Three things we learned from the Super League fiasco

Any football fan that has been paying attention to the headlines over the past few days would probably agree with me in saying that we have witnessed one of the craziest weeks in the history of the game.

From absurd statements from club executives to sackings, to resignations – this week has had it all.

The fiasco started late on Sunday night when news started to emerge that some of Europe’s major clubs including Liverpool, would be breaking away from the traditional competitive format of the Champions League and their domestic leagues.

This new competition was dubbed ‘The Super League’.

Thankfully, by Wednesday night, the plan had pretty much fallen apart and things are back to being relatively normal in the football world (for now).

LEEDS, ENGLAND – APRIL 19: Fans hold up a protest banner against Liverpool FC and the European Super League outside the stadium prior to the Premier League match between Leeds United and Liverpool at Elland Road on April 19, 2021 in Leeds, England. (Photo by Clive Brunskill/Getty Images)

Here are three things we learned from the madness that took place at the beginning of the week.

Some of Europe’s top clubs are in a financial crisis.

The major catalyst that fuelled the Super League, was the promise of a £3 billion payment for the 12 founding clubs. In comparison, clubs participating in the Champions League in 2019/20 share a total prize fund of about £1.81 billion. This amount of money is distributed to clubs based on performance in the competition.

It is quite a lucrative amount of money in comparison to what the Champions League currently offers.

Nonetheless, that does not mean that what these clubs have done is responsible or morally correct.

VALENCIA, SPAIN – FEBRUARY 22: Florenitno Perez, president of Real Madrid prior the Liga match between Levante UD and Real Madrid CF at Ciutat de Valencia on February 22, 2020 in Valencia, Spain. (Photo by Eric Alonso/Getty Images)

For a bit of background, it was reported by SPORT in January that Real Madrid are currently €901million in debt. Their arch-rivals Barcelona are even worse, with their debt total sitting at over €1.173billion.

The pandemic has obviously made things worse but both clubs have been mismanaged and driven into the ground (financially) even before the pandemic. This Super League plan has revealed that these clubs are desperate to recover and will even sacrifice the traditional competition structure to do so.

It will be interesting to see how these clubs emerge from this once the dust settles.

Attempts to ‘Americanise’ football have begun.

Four out of the 12 clubs that signed up to the Super League are owned by Americans, including Liverpool. Only one of them is from outside of the Premier League (Elliott Management Corporation, AC Milan).

This plan revealed a deep misunderstanding (or perhaps just disrespect) of the history and culture behind English football clubs on behalf of the American owners involved. It seems arrogant for these men to assume that just because they own these clubs they can do whatever they please.

Football is special because it has been built by generations of supporters. Its roots cannot be found in money or superficiality but rather passion and the unification of communities.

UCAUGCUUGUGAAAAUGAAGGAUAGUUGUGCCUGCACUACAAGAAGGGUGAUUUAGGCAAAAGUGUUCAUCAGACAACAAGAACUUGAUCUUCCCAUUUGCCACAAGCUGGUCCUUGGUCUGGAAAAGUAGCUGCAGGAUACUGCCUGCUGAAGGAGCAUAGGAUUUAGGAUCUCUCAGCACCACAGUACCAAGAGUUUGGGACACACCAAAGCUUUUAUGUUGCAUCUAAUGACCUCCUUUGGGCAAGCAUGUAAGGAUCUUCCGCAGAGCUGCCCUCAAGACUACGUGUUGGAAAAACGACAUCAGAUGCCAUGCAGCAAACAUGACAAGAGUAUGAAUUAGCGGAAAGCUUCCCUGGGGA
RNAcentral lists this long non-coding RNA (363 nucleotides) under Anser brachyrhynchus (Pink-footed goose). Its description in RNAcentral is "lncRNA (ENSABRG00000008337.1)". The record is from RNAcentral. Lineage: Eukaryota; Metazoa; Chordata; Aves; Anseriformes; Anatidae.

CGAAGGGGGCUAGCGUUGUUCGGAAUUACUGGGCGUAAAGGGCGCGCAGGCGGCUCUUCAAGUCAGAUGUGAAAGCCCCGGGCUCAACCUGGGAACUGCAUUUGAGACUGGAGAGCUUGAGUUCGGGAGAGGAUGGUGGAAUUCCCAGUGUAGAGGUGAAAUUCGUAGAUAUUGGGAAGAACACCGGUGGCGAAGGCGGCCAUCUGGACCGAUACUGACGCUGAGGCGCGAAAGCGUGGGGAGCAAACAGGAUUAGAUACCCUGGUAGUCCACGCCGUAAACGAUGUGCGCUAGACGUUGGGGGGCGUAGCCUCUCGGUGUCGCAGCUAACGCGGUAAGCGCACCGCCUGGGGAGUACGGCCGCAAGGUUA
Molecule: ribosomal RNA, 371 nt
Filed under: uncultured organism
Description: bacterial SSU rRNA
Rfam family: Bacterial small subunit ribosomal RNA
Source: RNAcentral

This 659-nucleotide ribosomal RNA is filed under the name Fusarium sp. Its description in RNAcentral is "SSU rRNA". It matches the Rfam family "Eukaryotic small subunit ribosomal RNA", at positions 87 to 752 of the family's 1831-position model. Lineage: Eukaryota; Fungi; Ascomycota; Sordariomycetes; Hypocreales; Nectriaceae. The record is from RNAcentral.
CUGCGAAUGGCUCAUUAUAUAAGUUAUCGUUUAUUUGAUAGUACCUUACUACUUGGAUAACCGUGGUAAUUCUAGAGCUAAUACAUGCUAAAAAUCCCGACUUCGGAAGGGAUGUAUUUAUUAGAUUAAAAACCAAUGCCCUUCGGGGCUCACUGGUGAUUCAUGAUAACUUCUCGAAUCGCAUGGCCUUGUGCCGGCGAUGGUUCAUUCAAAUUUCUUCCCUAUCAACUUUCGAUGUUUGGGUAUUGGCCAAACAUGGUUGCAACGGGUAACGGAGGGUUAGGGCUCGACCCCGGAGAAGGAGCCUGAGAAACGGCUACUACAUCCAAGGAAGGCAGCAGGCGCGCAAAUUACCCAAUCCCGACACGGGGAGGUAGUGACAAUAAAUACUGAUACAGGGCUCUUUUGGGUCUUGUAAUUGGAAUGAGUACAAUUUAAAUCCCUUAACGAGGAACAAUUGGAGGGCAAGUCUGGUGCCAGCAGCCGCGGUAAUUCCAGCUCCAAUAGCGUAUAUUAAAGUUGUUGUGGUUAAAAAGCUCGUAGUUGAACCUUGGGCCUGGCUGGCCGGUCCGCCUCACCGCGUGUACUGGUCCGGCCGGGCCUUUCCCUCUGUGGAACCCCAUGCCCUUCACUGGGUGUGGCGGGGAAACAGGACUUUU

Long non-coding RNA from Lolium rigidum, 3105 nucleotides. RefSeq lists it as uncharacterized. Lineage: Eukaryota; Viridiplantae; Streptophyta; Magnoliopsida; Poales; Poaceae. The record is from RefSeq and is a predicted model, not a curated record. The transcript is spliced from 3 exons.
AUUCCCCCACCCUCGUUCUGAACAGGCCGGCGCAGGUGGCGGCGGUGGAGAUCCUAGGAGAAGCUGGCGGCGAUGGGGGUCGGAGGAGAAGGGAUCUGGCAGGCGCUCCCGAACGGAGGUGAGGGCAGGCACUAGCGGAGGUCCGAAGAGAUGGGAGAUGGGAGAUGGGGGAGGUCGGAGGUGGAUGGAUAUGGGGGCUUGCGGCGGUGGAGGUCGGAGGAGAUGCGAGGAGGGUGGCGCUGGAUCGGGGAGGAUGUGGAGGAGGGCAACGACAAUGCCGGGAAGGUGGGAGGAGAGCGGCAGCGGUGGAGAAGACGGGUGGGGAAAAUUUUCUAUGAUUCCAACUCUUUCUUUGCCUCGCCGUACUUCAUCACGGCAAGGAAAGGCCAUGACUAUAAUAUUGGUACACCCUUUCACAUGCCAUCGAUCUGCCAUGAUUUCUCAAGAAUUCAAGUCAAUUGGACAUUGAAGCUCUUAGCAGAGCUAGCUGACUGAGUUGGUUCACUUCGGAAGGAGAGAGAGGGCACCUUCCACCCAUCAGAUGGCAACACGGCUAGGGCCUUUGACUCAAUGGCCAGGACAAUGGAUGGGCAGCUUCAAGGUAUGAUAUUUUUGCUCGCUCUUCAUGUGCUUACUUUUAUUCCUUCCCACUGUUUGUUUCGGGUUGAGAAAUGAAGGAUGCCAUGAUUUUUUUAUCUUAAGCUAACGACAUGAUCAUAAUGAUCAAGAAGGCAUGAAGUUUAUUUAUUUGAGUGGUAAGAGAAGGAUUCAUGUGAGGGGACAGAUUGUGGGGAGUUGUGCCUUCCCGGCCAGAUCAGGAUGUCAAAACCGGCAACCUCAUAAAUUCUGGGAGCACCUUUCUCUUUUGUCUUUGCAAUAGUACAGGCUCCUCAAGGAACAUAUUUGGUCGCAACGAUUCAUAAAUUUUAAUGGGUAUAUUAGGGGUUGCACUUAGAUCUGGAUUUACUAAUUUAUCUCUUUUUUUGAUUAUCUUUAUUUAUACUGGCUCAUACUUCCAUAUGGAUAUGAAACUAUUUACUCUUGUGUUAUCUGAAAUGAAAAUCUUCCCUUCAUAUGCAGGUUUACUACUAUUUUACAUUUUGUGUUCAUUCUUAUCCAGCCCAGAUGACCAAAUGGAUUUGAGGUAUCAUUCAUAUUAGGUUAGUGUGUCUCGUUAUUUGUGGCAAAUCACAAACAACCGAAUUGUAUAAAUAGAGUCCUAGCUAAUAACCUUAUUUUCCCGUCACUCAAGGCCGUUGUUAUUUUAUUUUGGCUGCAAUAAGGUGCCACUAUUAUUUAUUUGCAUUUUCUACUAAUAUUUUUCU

While there were plenty of owners involved in this plan that are not American, I believe it would be naive to think that the current competitive structures in the NFL, NBA, and MLB were not looked at before drawing up this plan.

The closed-off, elitist structure of this proposed Super League is extremely similar to that of the NFL. With owners like John Henry and the Glazers also owning MLB and NFL teams such as the Boston Red Sox and Tampa Bay Buccaneers, it is plausible to think that this plan was a model based on their successful American sports franchises.

TAMPA, FLORIDA – FEBRUARY 07: Rob Gronkowski #87 and Tom Brady #12 of the Tampa Bay Buccaneers celebrate winning Super Bowl LV at Raymond James Stadium on February 07, 2021 in Tampa, Florida. (Photo by Mike Ehrmann/Getty Images)

Liverpool supporters should be forever grateful to Jordan Henderson and Jurgen Klopp.

Even before this Super League drama, I would have made this statement.

Jordan Henderson has captained this Liverpool side for six years now and has done a fantastic job. Through thick and thin, our skipper has always been there, even when he has been unable to contribute on the pitch due to injury.

A prime example of Hendo’s commitment to Liverpool was the way in which he has handled this Super League situation. Henderson took charge and called a meeting between every PL captain.

On top of that, he organised a Liverpool team talk over Whatsapp and instructed each player to post a unified statement on social media. This showed the world that Liverpool players were unified in their disdain for the new Super League.

LEEDS, ENGLAND – APRIL 19: Fans hold up a banner in protest against the European Super League outside the stadium prior to the Premier League match between Leeds United and Liverpool at Elland Road on April 19, 2021 in Leeds, England. (Photo by Clive Brunskill/Getty Images)

Additionally, Jurgen Klopp also played a part. Since 2019, it has been well known that Klopp was against any idea of a Super League. When interviewed on Monday, Klopp reiterated the fact that he was against the Super League.

He also mentioned how he did not have much information on the plan, and that he did not appreciate the fact that this major news had broken just before a vital match against Leeds.

Because of Klopp and Henderson, Liverpool players and staff united to show that they were against this idea. With the supporters also voicing their disgust, John Henry had no choice but to retract the club from any Super League plans and apologise.

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